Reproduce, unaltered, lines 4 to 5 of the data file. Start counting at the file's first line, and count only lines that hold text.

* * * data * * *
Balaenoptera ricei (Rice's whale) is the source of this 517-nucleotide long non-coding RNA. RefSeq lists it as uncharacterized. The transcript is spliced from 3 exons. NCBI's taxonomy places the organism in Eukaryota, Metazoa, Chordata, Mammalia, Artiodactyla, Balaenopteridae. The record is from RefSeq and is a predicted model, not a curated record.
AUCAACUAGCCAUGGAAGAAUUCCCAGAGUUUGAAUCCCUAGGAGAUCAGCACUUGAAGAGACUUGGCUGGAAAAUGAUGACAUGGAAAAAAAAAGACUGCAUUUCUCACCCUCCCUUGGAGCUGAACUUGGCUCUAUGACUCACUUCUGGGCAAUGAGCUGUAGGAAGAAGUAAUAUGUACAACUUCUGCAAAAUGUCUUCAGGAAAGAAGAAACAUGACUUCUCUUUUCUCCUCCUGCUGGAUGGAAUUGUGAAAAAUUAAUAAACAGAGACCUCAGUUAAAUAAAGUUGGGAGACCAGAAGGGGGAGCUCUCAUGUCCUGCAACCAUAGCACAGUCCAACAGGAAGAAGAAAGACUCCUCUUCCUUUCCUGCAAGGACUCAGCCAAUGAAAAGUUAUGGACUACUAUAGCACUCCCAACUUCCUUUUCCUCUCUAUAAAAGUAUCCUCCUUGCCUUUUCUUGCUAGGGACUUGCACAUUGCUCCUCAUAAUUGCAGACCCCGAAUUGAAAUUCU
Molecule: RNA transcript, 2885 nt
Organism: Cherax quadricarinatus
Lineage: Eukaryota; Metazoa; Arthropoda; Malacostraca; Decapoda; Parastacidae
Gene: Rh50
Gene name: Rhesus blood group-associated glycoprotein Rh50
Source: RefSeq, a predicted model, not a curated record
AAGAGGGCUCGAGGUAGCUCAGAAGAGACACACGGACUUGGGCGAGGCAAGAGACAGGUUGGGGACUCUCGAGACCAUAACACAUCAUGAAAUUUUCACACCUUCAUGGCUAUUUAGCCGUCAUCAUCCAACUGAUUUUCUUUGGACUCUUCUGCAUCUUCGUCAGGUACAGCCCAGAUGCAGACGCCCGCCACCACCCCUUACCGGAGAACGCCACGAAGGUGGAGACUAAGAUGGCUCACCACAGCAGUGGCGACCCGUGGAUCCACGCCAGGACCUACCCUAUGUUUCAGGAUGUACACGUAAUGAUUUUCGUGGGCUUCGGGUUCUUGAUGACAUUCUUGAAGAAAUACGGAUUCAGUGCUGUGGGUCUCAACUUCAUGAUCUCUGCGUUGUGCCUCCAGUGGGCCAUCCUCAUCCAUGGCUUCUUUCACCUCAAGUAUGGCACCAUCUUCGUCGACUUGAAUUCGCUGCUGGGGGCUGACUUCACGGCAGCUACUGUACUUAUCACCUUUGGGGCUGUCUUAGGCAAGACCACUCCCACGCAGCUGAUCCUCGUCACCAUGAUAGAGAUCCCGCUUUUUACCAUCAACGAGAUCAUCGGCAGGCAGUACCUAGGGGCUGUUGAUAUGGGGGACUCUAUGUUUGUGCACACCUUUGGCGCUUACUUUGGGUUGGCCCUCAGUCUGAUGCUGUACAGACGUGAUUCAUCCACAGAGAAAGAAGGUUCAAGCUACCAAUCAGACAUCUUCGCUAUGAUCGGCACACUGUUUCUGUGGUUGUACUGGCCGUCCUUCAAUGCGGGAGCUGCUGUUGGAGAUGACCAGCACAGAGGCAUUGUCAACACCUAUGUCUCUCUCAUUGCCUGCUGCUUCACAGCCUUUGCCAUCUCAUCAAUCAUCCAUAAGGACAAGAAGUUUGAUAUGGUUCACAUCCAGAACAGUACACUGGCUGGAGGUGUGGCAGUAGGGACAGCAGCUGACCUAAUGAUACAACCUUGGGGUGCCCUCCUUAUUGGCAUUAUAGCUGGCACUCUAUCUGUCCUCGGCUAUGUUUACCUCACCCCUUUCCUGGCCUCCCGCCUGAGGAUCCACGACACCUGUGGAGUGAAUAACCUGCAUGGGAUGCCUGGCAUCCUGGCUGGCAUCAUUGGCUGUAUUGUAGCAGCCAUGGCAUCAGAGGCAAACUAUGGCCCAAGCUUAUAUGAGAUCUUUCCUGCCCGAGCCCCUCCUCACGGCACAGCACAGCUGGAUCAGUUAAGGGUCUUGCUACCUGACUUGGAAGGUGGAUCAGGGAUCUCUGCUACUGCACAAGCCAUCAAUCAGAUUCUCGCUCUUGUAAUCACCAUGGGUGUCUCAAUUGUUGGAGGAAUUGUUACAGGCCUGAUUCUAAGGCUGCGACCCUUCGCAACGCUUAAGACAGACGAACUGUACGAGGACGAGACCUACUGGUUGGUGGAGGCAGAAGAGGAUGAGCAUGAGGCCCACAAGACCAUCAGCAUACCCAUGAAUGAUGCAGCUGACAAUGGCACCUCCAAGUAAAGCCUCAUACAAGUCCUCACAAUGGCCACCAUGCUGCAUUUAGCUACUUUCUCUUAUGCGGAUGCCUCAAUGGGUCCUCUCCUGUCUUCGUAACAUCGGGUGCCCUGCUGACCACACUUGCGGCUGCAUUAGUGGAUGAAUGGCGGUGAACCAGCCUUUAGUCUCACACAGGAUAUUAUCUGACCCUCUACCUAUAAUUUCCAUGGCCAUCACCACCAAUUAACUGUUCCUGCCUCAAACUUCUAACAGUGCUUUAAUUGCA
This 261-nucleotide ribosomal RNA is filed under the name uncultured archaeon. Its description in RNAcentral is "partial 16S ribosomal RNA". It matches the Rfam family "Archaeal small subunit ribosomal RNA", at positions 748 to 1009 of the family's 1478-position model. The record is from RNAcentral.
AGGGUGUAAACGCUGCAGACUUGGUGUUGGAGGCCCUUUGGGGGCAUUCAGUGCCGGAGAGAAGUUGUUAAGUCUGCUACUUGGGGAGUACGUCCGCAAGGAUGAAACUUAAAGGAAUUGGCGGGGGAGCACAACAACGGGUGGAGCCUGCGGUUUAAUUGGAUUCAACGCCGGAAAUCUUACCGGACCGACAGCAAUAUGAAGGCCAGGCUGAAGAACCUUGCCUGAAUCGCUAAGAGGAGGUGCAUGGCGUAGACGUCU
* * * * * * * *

Organism: Cherax quadricarinatus
Lineage: Eukaryota; Metazoa; Arthropoda; Malacostraca; Decapoda; Parastacidae